Sunday, December 3, 2017

Now THAT'S how to have a birthday party.

I'll just let pictures tell the story.

Showing off a couple beauties from the cellar!
And, no, we weren't serving these wines tonight.

Several different themed tasting tonight. First up, a vertical tasting of Quails' Gate Chardonnay. We served their Stewart Family Reserve Chardonnay, 2009-20015, and their Rosemary's Block Chardonnay, 2013-2015.

I've reviewed most of these wines previously so I won't go into full details on these ones, but the general consensus among the guests was that the 2009 was declining, the 2010-2012 were drinking beautifully, and the 2013-2015 were good but needed a bit more time. I would agree with all of that.

Next up, we featured some "BC vs. the World" rare grape varietals (rare to BC, anyway). Let's see what everyone thought of some BC Barbera, Gruner Veltliner and Chenin Blanc, against their more traditional cousins.

Sandhill 2014 Small Lots Barbera ($35.00 from winery direct)

Previously reviewed here, during  a recent Okanagan trip.

Fontanafredda 2015 Briccotondo Barbera ($18.49 from BC Liquor Stores)

Also previously reviewed, here, on Italy night.

I gave them both the same score, and I'd stand by that. My guests, however, preferred the Italian variation, by a fairly wide margin.

BC: 0, The World 1

Quails' Gate 2014 Chenin Blanc ($17.99 from winery direct)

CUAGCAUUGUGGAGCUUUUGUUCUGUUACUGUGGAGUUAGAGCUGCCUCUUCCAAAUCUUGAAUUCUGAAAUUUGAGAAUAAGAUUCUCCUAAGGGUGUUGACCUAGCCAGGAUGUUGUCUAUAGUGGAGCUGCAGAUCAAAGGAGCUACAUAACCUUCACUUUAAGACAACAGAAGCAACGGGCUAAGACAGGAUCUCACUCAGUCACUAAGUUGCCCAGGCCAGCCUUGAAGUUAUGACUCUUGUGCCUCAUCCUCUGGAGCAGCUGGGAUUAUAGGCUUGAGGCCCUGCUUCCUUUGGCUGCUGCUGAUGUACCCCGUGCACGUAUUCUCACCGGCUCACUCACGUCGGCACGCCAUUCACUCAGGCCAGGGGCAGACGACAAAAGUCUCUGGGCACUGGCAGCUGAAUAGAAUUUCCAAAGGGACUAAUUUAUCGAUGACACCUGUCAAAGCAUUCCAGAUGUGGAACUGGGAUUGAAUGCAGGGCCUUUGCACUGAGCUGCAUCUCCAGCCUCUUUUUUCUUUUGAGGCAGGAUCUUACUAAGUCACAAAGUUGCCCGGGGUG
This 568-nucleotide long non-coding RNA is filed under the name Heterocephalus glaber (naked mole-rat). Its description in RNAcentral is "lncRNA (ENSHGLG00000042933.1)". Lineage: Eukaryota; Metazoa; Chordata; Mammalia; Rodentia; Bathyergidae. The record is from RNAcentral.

92% Chenin Blanc, 8% Sauvignon Blanc

Even after 5 years of aging, fruit dominates the nose and the palate. Citrus right up front, with some papaya and mango joining the party on the mid-palate. Racy acidity, this wine should always be front of mind if trying to pair with seafood, particularly oysters.

Loic Mahé 2012 Les Fougeries Saviennes ($27.99 USD from
Aromas of lanolin, tropical fruit, dried herbs, and a touch of honey. Medium-full bodied and slightly off-dry, with notes of herbs, citrus, and honey. This is a well regarded wine (94 points from Wine Enthusiast) but it didn't knock us over.

There was no question on this one, BC wins this challenge by a wide margin.

BC: 1, The World 1

Last but certainly not least, Gruner Veltliner.

The BC entry (Culmina 2015 Unicus ($27.00 from winery) is one which I had raved about in the past, and the one from Austria we had tasted before (a different vintage) and thought it was pretty good but not even in the same league. You can see the reviews of both here.

The vintage that we tasted on this night was better, for sure.

Domäne Wachau - 2016 Federspiel Gruner Veltliner ($19.99)

Exotic fruit aromas, a hint of white pepper, golden delicious apple and herbaceousness. Crisp acidity frames flavors of tropical fruit and a touch of white pepper on the finish. Very typical Austrian Gruner. Medium bodied and tasty. 

My guests agreed with my assessment that the BC example was the winner here, although it was much closer than it should have been, IMO.

BC 2, The World 1

So that should pretty much end the debate of whether or not BC can make quality wines out of grapes that aren't widely grown here. No question.